How to find a business’ merchant category code

Knowing an MCC can help you score more card rewards


Understanding merchant category codes is important for businesses and cardholders alike.

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Dear Your Business Credit,

How can I find the merchant category code of any business before I actually do the transaction? The tellers don’t even have an idea of what I am talking about in most cases. Thanks for your help! – Adi

Dear Adi,

I can see why you’re frustrated. Fortunately, you don’t have to rely on company representatives to find merchant category codes, or MCCs.

Check out all the answers from our credit card experts.

Ask Elaine a question.

What is a merchant category code?

For the benefit of readers who aren’t familiar, a merchant category code (MCC) is a four-digit number the major credit card networks (Visa, Discover, American Express and Mastercard) assign to every business that applies to accept credit cards. The number corresponds to the type of business or service the company offers.

Credit card networks use MCCs to categorize and track purchases. When a purchase is added to your statement, the category assigned to it, such as “building materials” or “advertising services,” is tied to the merchant category code. Major airlines and hotels each have their own MCC codes.

List of merchant category codes

MCCs can vary by processor, but there are some common trends. Here are some common merchant categories, provided by Citi:

  • Agricultural services: MCCs 0001-1499
  • Contracted services: MCCs 1500-2999
  • Transportation services: MCCs 4000-4799
  • Utility services: MCCs 4800–4999
  • Retail outlet services: MCCs 5000–5599
  • Clothing stores: MCCs 5600–5699
  • Miscellaneous stores: MCCs 5700–7299
  • Business services: MCCs 7300–7999
  • Professional services and membership organizations: MCCs 8000–8999
  • Government services: MCCs 9000–9999

How to look up a business’ MCC

So, how do you look up the MCC of a particular business? Each card network has its own list, although many codes are shared among the networks. As a result, a merchant may have a different code with Visa than with Mastercard, for instance.

Other online resources beyond the guide provided by Citi include the Visa Supplier Locator Tool, the Visa Merchant Data Standards Manual and the Quick Reference Booklet – Merchant Edition for Mastercard.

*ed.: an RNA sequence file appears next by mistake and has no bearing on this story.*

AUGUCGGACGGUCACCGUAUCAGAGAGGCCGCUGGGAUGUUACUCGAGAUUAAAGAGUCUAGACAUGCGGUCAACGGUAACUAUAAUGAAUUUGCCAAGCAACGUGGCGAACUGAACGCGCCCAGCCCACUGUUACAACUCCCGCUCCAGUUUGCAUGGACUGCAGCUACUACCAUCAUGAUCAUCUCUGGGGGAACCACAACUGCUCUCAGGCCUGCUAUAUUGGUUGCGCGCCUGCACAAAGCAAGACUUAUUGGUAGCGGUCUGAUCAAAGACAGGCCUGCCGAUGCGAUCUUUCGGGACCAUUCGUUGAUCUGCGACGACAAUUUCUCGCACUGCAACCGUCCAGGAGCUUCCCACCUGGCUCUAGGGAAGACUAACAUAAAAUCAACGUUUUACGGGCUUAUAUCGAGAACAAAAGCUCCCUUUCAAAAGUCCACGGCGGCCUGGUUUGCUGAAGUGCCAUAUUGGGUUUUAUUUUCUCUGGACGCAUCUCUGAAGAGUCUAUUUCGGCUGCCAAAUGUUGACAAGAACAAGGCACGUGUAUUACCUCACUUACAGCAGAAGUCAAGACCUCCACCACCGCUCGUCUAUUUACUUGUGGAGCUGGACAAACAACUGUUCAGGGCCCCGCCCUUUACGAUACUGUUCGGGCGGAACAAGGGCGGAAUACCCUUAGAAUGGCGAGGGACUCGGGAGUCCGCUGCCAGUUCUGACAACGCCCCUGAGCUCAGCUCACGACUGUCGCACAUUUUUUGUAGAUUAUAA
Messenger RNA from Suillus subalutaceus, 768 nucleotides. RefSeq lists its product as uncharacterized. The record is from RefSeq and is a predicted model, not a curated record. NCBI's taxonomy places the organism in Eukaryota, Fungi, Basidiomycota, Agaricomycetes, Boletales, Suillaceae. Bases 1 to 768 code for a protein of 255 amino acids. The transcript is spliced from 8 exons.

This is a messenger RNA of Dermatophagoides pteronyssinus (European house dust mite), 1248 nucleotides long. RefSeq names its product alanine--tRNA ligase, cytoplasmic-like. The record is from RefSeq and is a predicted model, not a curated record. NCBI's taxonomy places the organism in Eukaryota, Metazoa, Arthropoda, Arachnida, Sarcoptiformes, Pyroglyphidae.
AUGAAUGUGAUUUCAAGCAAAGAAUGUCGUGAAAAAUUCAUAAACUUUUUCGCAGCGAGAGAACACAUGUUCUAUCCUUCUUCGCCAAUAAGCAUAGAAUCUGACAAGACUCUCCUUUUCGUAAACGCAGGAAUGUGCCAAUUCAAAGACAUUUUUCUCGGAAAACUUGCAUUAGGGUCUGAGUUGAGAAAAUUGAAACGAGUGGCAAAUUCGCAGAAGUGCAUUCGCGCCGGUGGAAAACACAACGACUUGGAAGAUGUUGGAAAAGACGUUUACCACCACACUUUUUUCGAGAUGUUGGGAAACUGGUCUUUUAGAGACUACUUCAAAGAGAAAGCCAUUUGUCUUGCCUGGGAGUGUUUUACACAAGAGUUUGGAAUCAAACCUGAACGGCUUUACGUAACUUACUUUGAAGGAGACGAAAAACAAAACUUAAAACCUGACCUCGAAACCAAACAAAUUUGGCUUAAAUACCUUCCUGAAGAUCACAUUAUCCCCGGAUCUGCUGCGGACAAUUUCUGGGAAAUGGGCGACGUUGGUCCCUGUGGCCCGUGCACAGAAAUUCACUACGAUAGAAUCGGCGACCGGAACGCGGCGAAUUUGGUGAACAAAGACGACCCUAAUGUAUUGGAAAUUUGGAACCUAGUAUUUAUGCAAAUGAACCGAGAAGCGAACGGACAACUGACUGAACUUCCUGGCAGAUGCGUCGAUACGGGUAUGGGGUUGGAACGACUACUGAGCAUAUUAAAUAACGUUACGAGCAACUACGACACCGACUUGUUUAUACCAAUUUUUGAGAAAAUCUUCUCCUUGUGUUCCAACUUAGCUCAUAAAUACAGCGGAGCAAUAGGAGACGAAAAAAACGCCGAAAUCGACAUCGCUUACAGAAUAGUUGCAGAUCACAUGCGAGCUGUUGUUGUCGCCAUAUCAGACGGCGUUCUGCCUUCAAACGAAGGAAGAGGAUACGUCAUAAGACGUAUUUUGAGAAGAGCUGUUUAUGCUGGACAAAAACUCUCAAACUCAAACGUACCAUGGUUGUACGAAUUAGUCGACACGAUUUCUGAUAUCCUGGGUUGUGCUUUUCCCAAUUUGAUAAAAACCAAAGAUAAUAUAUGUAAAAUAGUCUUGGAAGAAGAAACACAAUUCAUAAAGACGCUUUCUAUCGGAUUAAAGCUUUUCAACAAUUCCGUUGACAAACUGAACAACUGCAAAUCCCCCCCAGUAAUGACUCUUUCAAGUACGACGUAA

If you make purchases for your business, merchant category codes can also help you maximize your credit card rewards. The rewards programs for certain cards will give you points for purchases that are in certain coding categories.

Paying attention to how your card is categorizing a purchase can help you get more points, especially if you patronize a particular merchant regularly.

Why becoming familiar with MCCs matters

Becoming familiar with MCC codes is important for both business owners and consumers. If you run a business in which you are paid by credit card, your MCC will determine how much it costs you to process credit cards.

Businesses with “high-risk” MCCs generally pay higher fees and often need to shop around for a merchant processing contract designed for those in this category.

The MCCs on your statements also come into play when it’s time to file your taxes. They help determine whether the bank that transfers the money from credit card transactions to your bank account will need to report them to you on Form 1099-MISC. For more information, see the IRS’s Payment Card Transactions FAQs.

Knowing MCCs can also help cardholders maximize rewards. For example, if your card gives you rewards for restaurant spending, you might want to pay attention to whether a fast-food restaurant attached to a gas station counts as a restaurant or belongs to a fuel MCC – and use that card only at the eatery if it does count.

When in doubt, you can always ask the merchant if they know the code or make a small purchase to find out how it is categorized on your card. The employees may not be familiar with the MCC but the owner of the business probably will be more aware.

That said, you probably won’t be able to make huge inroads in racking up rewards points this way, but even a few extra points here and there can add up over time. Good luck!

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The editorial content on this page is based solely on the objective assessment of our writers and is not driven by advertising dollars. It has not been provided or commissioned by the credit card issuers. However, we may receive compensation when you click on links to products from our partners.

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